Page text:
General Steve Hatten of the Air Force observed with pride the command crew inside the control room, noting they were first rate. He was not just an Air Force General; he was now the Chairman of the Joint Chiefs of Staff, appointed by none other than his biggest detractor, President Lawrence Caulfield.
General Hatten hated the President with all the venom of a king cobra. The two had been at each other’s throats almost from the beginning of the President’s tenure when General Hatten was on the Joint Chiefs of Staff representing the Air Force.
It was back then that the President of the United States broke the law and General Hatten could surely have had him impeached— but he did not. He did not because he knew he could use the leverage with the President to get things done that he wanted but had no budget for, like today’s test flight—all accomplished with that very leverage. The President had thought it would be prudent to let his defense contractor buddy, Chase Viana, in on Pablo Manuel’s satellite technology, information that was highly classified.
With that knowledge, they were able to build and launch two prototype killer satellites into Space, under the guise of private industry—one in the Western United States and the other in the East. Although they thwarted and destroyed Pablo Manuel, the man responsible for untold mayhem, they could not reveal that it was Matt Hurst who had used this private technology to kill Pablo. Manuel had a rabid following that would have hunted Hurst to the ends of the Earth. In order to stay in office, President Caulfield put forth the story that Manuel had been captured, then he had Chase Viana and his Company, the Teledine Corporation, hand over all the data and control of the two killer satellites to the Air Force, satellites with megawatt lasers built inside. Once that happened, Lawrence Caulfield had become compromised, and thus, became a lame duck, a duck who was now nothing more than a plaything for General Steve Hatten.
Once they conquered what was once Pablo Manuel’s automated military, they started collecting the pieces. His drones were mighty. They were piecemealed out among the branches of the U.S. military as new highly classified toys for them to play with, his branch getting the lion’s share of air drone technology, as well as picking up some other branches’ data. And thanks to his newly forged alliance with his unlikely partner, President Lawrence Caulfield, General Steve Hatten had moved things in the direction he wanted them to go.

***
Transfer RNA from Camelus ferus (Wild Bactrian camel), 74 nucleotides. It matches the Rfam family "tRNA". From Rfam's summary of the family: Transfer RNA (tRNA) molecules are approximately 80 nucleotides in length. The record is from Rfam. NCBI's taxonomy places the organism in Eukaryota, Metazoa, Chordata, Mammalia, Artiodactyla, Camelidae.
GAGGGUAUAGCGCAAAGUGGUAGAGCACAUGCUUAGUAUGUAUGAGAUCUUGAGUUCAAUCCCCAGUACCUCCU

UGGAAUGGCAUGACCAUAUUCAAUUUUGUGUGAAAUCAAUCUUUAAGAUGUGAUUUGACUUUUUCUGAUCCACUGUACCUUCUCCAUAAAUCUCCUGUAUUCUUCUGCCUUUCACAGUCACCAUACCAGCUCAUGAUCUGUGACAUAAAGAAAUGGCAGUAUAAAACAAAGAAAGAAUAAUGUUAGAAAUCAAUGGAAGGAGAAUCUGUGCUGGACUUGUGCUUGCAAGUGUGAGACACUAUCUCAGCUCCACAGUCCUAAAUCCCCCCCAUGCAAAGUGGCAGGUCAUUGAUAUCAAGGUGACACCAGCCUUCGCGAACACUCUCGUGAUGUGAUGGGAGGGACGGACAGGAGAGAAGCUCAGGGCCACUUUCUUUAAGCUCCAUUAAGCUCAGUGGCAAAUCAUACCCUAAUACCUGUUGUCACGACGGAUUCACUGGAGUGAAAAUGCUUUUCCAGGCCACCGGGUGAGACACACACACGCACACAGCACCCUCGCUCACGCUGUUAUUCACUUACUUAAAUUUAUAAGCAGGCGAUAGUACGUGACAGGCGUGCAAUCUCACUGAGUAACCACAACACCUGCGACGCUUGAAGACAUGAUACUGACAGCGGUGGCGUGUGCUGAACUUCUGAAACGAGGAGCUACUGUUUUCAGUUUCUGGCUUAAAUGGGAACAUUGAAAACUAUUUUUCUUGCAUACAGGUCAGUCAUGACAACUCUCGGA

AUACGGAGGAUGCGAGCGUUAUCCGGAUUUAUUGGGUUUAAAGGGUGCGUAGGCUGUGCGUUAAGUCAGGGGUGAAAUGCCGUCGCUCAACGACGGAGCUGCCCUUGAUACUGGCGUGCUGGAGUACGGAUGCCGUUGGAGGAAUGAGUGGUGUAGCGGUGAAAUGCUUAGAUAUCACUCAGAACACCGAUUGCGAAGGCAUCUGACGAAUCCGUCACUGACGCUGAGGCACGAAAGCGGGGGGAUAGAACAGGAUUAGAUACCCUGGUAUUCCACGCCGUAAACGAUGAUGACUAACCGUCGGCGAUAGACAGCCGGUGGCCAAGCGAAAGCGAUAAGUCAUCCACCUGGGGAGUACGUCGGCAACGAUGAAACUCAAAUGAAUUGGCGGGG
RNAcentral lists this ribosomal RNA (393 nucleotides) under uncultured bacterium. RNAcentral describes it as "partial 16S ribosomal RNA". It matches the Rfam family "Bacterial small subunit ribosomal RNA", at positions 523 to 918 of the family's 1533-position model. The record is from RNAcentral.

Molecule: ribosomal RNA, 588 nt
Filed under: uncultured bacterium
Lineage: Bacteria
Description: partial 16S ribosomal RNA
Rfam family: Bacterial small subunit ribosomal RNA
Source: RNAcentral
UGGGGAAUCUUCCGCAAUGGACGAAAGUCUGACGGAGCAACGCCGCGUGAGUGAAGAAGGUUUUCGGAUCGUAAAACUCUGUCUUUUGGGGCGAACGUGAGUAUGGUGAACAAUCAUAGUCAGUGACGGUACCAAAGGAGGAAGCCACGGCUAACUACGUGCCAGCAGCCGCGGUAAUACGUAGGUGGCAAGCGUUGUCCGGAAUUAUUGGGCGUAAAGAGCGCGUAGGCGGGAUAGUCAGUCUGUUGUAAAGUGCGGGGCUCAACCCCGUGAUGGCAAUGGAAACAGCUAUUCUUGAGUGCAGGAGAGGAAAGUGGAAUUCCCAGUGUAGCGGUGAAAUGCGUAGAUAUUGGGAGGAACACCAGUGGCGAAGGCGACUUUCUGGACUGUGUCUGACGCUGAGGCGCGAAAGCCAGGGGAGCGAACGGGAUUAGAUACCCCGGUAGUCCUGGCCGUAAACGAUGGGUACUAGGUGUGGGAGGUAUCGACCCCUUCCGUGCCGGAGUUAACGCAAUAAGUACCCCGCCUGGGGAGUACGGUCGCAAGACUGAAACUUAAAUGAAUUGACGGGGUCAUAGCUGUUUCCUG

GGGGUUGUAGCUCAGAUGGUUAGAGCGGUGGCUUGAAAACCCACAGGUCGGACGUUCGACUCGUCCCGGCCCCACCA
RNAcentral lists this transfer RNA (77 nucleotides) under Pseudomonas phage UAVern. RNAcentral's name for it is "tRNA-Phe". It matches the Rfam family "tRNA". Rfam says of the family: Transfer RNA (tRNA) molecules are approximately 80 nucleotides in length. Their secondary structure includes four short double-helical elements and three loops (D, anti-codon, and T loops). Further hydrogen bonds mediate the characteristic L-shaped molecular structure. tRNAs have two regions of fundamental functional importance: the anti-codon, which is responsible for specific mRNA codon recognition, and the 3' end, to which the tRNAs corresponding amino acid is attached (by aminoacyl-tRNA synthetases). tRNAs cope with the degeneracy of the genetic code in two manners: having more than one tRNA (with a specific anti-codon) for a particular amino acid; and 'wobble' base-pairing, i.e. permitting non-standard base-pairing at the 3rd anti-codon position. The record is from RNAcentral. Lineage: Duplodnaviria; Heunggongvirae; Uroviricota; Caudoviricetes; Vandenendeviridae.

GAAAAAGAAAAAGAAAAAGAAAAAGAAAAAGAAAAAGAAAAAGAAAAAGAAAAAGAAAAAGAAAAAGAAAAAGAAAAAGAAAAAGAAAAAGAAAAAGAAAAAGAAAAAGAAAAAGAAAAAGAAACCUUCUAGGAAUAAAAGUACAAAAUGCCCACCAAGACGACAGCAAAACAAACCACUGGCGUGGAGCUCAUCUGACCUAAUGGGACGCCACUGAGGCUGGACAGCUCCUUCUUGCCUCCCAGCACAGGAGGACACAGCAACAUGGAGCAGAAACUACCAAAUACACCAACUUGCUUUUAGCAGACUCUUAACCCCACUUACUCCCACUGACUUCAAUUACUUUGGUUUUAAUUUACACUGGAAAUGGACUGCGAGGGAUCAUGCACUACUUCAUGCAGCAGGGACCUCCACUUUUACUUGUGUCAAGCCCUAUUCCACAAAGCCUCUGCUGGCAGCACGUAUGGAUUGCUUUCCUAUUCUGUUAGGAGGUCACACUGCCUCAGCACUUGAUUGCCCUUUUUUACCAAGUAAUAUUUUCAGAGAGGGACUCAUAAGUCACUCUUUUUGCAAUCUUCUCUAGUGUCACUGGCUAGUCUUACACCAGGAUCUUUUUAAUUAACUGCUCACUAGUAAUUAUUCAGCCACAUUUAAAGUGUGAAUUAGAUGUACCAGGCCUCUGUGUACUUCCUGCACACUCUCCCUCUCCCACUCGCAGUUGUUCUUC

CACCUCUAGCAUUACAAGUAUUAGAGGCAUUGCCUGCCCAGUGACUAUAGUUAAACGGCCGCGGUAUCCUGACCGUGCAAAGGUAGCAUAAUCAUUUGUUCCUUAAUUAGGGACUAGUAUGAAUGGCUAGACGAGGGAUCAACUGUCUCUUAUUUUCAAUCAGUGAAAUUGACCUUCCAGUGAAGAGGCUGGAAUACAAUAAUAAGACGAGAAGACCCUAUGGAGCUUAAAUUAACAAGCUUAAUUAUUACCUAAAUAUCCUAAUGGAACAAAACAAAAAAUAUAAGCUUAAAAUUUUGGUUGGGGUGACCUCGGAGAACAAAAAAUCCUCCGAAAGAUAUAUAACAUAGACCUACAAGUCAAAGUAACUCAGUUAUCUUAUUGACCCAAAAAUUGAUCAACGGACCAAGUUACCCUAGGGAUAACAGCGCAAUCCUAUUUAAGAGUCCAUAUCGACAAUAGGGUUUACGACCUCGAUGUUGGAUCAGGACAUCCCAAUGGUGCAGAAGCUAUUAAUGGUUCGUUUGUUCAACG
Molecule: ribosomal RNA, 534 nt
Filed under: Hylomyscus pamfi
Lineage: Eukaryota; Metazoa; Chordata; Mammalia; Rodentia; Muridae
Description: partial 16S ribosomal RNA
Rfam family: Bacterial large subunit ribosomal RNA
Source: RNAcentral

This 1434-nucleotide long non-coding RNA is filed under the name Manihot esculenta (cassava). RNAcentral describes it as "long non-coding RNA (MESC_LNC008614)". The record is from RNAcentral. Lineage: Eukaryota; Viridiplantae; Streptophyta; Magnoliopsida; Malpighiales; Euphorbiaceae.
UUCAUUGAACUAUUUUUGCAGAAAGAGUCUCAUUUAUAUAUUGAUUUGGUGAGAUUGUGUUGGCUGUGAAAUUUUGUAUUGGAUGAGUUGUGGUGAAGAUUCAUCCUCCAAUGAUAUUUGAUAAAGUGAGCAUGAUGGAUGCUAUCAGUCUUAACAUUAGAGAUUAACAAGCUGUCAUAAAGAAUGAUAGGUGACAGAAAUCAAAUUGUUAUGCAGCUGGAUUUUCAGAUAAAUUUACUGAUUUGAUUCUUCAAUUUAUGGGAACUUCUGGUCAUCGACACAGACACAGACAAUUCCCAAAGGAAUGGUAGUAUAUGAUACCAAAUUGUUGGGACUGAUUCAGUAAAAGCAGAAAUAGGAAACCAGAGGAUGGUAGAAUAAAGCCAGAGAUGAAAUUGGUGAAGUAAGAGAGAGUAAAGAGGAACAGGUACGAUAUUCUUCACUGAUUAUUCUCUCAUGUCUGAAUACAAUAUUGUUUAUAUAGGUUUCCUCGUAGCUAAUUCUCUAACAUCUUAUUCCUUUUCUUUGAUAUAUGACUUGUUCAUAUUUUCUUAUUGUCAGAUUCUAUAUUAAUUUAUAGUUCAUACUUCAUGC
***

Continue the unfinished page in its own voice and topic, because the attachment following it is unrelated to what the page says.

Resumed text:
The inept politician, Caulfield, wanted to take the acquired drone technology and either stow it, or share it with his new friends, the Russians, which was what the Russians were requesting, of course.
The President feared that there had been enough war on his watch, and he did not want to be remembered as the president “most likely to start a war,” or in the case of the Russians discovering that they were developing New Age Weapons, a new Cold War. President Caulfield’s only other alternative was to sit on the acquired technology and not allow it to be developed until some rainy day.
It took General Hatten’s reminder of the perch the President was sitting on to get the lifelong bureaucrat off his ass, stop being a coward, and embrace the future. Others might have called it coercion or blackmail, but Steve Hatten knew he was just doing his patriotic duty to keep America strong. He was sick of seeing spineless people run the country, which was also why he hired his devilish little friend to get him into that very office. Very soon he was going to show people how a president was supposed to act.
General Hatten observed his subordinate, General Calvin Yount, who was currently in command of this exercise, and felt a twinge of disdain. This particular Field Commander had been praised by the President personally for his amazing work, yet Steve felt the need to be less than cordial to the man, as sometimes relationships simply came down to the “death by association” factor.
Once his branch dissected and analyzed Pablo’s technology, it had only taken eight months to get this test approved. The reason Manuel’s drones were so deadly, it was discovered, was the battery and stealth skin. Same as the satellite they used to attack from Space, the drones inside the atmosphere were discovered to have a special battery that when overloaded let out a violent EMP wave that would short out all electronics in its proximity. It also self-destructed so the enemy had nothing left to collect. Additionally, Pablo added a small charge of plastics to coincide with the battery, to make sure the destruction was absolute.
Again, acting like Mr. Harvey Milquetoast, and not the president of the greatest country the world had ever known, Lawrence Caulfield wanted to conduct these tests on domestic soil so they had time to make sure there were no glitches. General Hatten thought that reasonable, but four weeks was all the President was allowed. Then his arm got bent to get things moving to achieve this moment, where they would utilize technology already tested against U.S. forces. That was something the politician did not seem to understand, these drones had already been battle tested…against us.